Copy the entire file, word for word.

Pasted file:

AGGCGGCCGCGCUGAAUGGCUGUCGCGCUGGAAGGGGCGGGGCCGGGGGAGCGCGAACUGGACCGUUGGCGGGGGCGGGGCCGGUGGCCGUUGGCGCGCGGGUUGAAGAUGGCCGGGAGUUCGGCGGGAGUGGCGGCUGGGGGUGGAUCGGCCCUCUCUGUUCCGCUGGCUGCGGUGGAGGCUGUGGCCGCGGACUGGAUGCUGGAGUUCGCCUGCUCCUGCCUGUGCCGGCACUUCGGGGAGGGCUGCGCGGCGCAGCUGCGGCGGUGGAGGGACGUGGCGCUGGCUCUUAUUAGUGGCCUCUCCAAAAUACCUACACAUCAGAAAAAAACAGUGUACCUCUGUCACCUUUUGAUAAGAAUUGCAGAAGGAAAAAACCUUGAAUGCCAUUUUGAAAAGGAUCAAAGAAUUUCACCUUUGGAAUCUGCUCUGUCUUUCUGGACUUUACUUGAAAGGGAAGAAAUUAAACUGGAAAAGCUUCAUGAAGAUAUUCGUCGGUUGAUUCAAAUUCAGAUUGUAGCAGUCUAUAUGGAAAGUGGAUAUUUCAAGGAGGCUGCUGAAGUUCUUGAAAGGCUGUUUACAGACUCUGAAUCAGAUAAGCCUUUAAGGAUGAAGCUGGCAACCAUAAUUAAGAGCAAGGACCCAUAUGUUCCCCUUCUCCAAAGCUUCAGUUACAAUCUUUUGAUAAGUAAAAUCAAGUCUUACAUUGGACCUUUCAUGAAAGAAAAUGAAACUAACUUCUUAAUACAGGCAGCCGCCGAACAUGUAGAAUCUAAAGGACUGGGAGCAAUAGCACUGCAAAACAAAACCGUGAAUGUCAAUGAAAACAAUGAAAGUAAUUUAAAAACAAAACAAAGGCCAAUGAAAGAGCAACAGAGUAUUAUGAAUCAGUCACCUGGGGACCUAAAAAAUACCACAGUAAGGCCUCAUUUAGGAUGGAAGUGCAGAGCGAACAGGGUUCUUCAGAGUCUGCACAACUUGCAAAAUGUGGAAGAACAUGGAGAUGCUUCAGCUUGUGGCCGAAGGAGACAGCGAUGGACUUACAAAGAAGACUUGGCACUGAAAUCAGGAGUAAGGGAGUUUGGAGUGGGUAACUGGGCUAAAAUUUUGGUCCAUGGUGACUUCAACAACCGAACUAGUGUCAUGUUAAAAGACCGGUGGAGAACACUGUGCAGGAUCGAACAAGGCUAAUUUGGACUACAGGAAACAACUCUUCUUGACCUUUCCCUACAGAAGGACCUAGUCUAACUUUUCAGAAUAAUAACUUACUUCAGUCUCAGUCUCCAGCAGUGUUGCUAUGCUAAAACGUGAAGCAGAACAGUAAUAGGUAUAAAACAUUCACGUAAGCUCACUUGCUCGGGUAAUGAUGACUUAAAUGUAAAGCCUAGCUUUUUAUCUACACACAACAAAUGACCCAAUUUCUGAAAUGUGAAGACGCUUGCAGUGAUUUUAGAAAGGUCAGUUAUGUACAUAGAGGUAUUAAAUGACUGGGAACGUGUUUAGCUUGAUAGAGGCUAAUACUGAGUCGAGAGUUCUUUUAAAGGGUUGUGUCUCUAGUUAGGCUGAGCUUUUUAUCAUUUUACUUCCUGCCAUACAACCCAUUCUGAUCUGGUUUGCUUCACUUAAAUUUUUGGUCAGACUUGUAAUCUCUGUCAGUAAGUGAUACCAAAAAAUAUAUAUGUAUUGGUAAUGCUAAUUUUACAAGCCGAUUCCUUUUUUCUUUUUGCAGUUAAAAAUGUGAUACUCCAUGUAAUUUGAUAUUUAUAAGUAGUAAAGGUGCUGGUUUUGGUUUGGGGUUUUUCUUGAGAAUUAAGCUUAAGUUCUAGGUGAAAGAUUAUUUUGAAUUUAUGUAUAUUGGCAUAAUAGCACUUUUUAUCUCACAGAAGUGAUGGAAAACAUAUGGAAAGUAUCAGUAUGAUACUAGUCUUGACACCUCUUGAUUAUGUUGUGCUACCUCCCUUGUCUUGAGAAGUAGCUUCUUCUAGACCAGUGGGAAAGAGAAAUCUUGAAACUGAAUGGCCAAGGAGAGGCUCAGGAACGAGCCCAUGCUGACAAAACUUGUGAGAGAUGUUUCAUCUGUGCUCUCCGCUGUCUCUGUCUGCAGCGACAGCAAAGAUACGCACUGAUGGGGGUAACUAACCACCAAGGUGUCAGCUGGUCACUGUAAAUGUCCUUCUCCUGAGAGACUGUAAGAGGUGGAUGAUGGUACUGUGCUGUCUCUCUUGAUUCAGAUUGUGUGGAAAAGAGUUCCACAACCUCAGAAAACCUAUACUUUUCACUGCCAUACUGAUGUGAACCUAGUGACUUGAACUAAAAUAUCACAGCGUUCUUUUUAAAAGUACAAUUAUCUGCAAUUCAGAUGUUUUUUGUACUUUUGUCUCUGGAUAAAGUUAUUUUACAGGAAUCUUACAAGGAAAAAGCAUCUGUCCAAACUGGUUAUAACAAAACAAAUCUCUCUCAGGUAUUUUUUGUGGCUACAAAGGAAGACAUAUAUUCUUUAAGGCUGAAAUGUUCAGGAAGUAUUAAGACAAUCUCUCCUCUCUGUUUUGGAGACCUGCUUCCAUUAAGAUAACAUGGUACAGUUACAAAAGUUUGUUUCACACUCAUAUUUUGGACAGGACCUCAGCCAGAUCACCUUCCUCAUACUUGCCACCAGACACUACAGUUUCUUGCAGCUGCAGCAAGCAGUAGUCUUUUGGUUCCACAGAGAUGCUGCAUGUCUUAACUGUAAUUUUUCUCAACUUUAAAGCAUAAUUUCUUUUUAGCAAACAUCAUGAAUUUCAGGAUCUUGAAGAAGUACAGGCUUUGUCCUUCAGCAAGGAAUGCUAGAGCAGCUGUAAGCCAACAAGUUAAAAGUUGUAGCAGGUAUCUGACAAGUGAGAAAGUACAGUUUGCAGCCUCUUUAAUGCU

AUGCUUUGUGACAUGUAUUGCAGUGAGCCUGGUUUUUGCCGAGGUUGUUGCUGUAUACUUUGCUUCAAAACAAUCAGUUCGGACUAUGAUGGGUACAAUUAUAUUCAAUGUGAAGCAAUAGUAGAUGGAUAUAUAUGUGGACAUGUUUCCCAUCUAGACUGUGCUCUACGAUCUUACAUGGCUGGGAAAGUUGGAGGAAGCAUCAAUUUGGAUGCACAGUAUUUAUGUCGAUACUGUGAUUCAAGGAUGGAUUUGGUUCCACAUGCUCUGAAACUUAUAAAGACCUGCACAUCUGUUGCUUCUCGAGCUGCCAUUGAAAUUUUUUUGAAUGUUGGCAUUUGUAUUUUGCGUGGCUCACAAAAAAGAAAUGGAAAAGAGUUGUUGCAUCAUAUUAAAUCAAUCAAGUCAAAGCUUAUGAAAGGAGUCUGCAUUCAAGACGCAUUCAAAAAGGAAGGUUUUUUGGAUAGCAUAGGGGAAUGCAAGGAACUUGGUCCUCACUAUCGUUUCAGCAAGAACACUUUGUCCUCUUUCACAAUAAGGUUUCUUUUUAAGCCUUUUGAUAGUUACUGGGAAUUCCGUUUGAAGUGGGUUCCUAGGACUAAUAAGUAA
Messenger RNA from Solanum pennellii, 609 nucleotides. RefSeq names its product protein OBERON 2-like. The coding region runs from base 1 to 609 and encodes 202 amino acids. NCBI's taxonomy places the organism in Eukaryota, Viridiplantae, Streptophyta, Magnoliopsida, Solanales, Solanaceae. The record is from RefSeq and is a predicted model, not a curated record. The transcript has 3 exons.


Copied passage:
AGGCGGCCGCGCUGAAUGGCUGUCGCGCUGGAAGGGGCGGGGCCGGGGGAGCGCGAACUGGACCGUUGGCGGGGGCGGGGCCGGUGGCCGUUGGCGCGCGGGUUGAAGAUGGCCGGGAGUUCGGCGGGAGUGGCGGCUGGGGGUGGAUCGGCCCUCUCUGUUCCGCUGGCUGCGGUGGAGGCUGUGGCCGCGGACUGGAUGCUGGAGUUCGCCUGCUCCUGCCUGUGCCGGCACUUCGGGGAGGGCUGCGCGGCGCAGCUGCGGCGGUGGAGGGACGUGGCGCUGGCUCUUAUUAGUGGCCUCUCCAAAAUACCUACACAUCAGAAAAAAACAGUGUACCUCUGUCACCUUUUGAUAAGAAUUGCAGAAGGAAAAAACCUUGAAUGCCAUUUUGAAAAGGAUCAAAGAAUUUCACCUUUGGAAUCUGCUCUGUCUUUCUGGACUUUACUUGAAAGGGAAGAAAUUAAACUGGAAAAGCUUCAUGAAGAUAUUCGUCGGUUGAUUCAAAUUCAGAUUGUAGCAGUCUAUAUGGAAAGUGGAUAUUUCAAGGAGGCUGCUGAAGUUCUUGAAAGGCUGUUUACAGACUCUGAAUCAGAUAAGCCUUUAAGGAUGAAGCUGGCAACCAUAAUUAAGAGCAAGGACCCAUAUGUUCCCCUUCUCCAAAGCUUCAGUUACAAUCUUUUGAUAAGUAAAAUCAAGUCUUACAUUGGACCUUUCAUGAAAGAAAAUGAAACUAACUUCUUAAUACAGGCAGCCGCCGAACAUGUAGAAUCUAAAGGACUGGGAGCAAUAGCACUGCAAAACAAAACCGUGAAUGUCAAUGAAAACAAUGAAAGUAAUUUAAAAACAAAACAAAGGCCAAUGAAAGAGCAACAGAGUAUUAUGAAUCAGUCACCUGGGGACCUAAAAAAUACCACAGUAAGGCCUCAUUUAGGAUGGAAGUGCAGAGCGAACAGGGUUCUUCAGAGUCUGCACAACUUGCAAAAUGUGGAAGAACAUGGAGAUGCUUCAGCUUGUGGCCGAAGGAGACAGCGAUGGACUUACAAAGAAGACUUGGCACUGAAAUCAGGAGUAAGGGAGUUUGGAGUGGGUAACUGGGCUAAAAUUUUGGUCCAUGGUGACUUCAACAACCGAACUAGUGUCAUGUUAAAAGACCGGUGGAGAACACUGUGCAGGAUCGAACAAGGCUAAUUUGGACUACAGGAAACAACUCUUCUUGACCUUUCCCUACAGAAGGACCUAGUCUAACUUUUCAGAAUAAUAACUUACUUCAGUCUCAGUCUCCAGCAGUGUUGCUAUGCUAAAACGUGAAGCAGAACAGUAAUAGGUAUAAAACAUUCACGUAAGCUCACUUGCUCGGGUAAUGAUGACUUAAAUGUAAAGCCUAGCUUUUUAUCUACACACAACAAAUGACCCAAUUUCUGAAAUGUGAAGACGCUUGCAGUGAUUUUAGAAAGGUCAGUUAUGUACAUAGAGGUAUUAAAUGACUGGGAACGUGUUUAGCUUGAUAGAGGCUAAUACUGAGUCGAGAGUUCUUUUAAAGGGUUGUGUCUCUAGUUAGGCUGAGCUUUUUAUCAUUUUACUUCCUGCCAUACAACCCAUUCUGAUCUGGUUUGCUUCACUUAAAUUUUUGGUCAGACUUGUAAUCUCUGUCAGUAAGUGAUACCAAAAAAUAUAUAUGUAUUGGUAAUGCUAAUUUUACAAGCCGAUUCCUUUUUUCUUUUUGCAGUUAAAAAUGUGAUACUCCAUGUAAUUUGAUAUUUAUAAGUAGUAAAGGUGCUGGUUUUGGUUUGGGGUUUUUCUUGAGAAUUAAGCUUAAGUUCUAGGUGAAAGAUUAUUUUGAAUUUAUGUAUAUUGGCAUAAUAGCACUUUUUAUCUCACAGAAGUGAUGGAAAACAUAUGGAAAGUAUCAGUAUGAUACUAGUCUUGACACCUCUUGAUUAUGUUGUGCUACCUCCCUUGUCUUGAGAAGUAGCUUCUUCUAGACCAGUGGGAAAGAGAAAUCUUGAAACUGAAUGGCCAAGGAGAGGCUCAGGAACGAGCCCAUGCUGACAAAACUUGUGAGAGAUGUUUCAUCUGUGCUCUCCGCUGUCUCUGUCUGCAGCGACAGCAAAGAUACGCACUGAUGGGGGUAACUAACCACCAAGGUGUCAGCUGGUCACUGUAAAUGUCCUUCUCCUGAGAGACUGUAAGAGGUGGAUGAUGGUACUGUGCUGUCUCUCUUGAUUCAGAUUGUGUGGAAAAGAGUUCCACAACCUCAGAAAACCUAUACUUUUCACUGCCAUACUGAUGUGAACCUAGUGACUUGAACUAAAAUAUCACAGCGUUCUUUUUAAAAGUACAAUUAUCUGCAAUUCAGAUGUUUUUUGUACUUUUGUCUCUGGAUAAAGUUAUUUUACAGGAAUCUUACAAGGAAAAAGCAUCUGUCCAAACUGGUUAUAACAAAACAAAUCUCUCUCAGGUAUUUUUUGUGGCUACAAAGGAAGACAUAUAUUCUUUAAGGCUGAAAUGUUCAGGAAGUAUUAAGACAAUCUCUCCUCUCUGUUUUGGAGACCUGCUUCCAUUAAGAUAACAUGGUACAGUUACAAAAGUUUGUUUCACACUCAUAUUUUGGACAGGACCUCAGCCAGAUCACCUUCCUCAUACUUGCCACCAGACACUACAGUUUCUUGCAGCUGCAGCAAGCAGUAGUCUUUUGGUUCCACAGAGAUGCUGCAUGUCUUAACUGUAAUUUUUCUCAACUUUAAAGCAUAAUUUCUUUUUAGCAAACAUCAUGAAUUUCAGGAUCUUGAAGAAGUACAGGCUUUGUCCUUCAGCAAGGAAUGCUAGAGCAGCUGUAAGCCAACAAGUUAAAAGUUGUAGCAGGUAUCUGACAAGUGAGAAAGUACAGUUUGCAGCCUCUUUAAUGCU

AUGCUUUGUGACAUGUAUUGCAGUGAGCCUGGUUUUUGCCGAGGUUGUUGCUGUAUACUUUGCUUCAAAACAAUCAGUUCGGACUAUGAUGGGUACAAUUAUAUUCAAUGUGAAGCAAUAGUAGAUGGAUAUAUAUGUGGACAUGUUUCCCAUCUAGACUGUGCUCUACGAUCUUACAUGGCUGGGAAAGUUGGAGGAAGCAUCAAUUUGGAUGCACAGUAUUUAUGUCGAUACUGUGAUUCAAGGAUGGAUUUGGUUCCACAUGCUCUGAAACUUAUAAAGACCUGCACAUCUGUUGCUUCUCGAGCUGCCAUUGAAAUUUUUUUGAAUGUUGGCAUUUGUAUUUUGCGUGGCUCACAAAAAAGAAAUGGAAAAGAGUUGUUGCAUCAUAUUAAAUCAAUCAAGUCAAAGCUUAUGAAAGGAGUCUGCAUUCAAGACGCAUUCAAAAAGGAAGGUUUUUUGGAUAGCAUAGGGGAAUGCAAGGAACUUGGUCCUCACUAUCGUUUCAGCAAGAACACUUUGUCCUCUUUCACAAUAAGGUUUCUUUUUAAGCCUUUUGAUAGUUACUGGGAAUUCCGUUUGAAGUGGGUUCCUAGGACUAAUAAGUAA
Messenger RNA from Solanum pennellii, 609 nucleotides. RefSeq names its product protein OBERON 2-like. The coding region runs from base 1 to 609 and encodes 202 amino acids. NCBI's taxonomy places the organism in Eukaryota, Viridiplantae, Streptophyta, Magnoliopsida, Solanales, Solanaceae. The record is from RefSeq and is a predicted model, not a curated record. The transcript has 3 exons.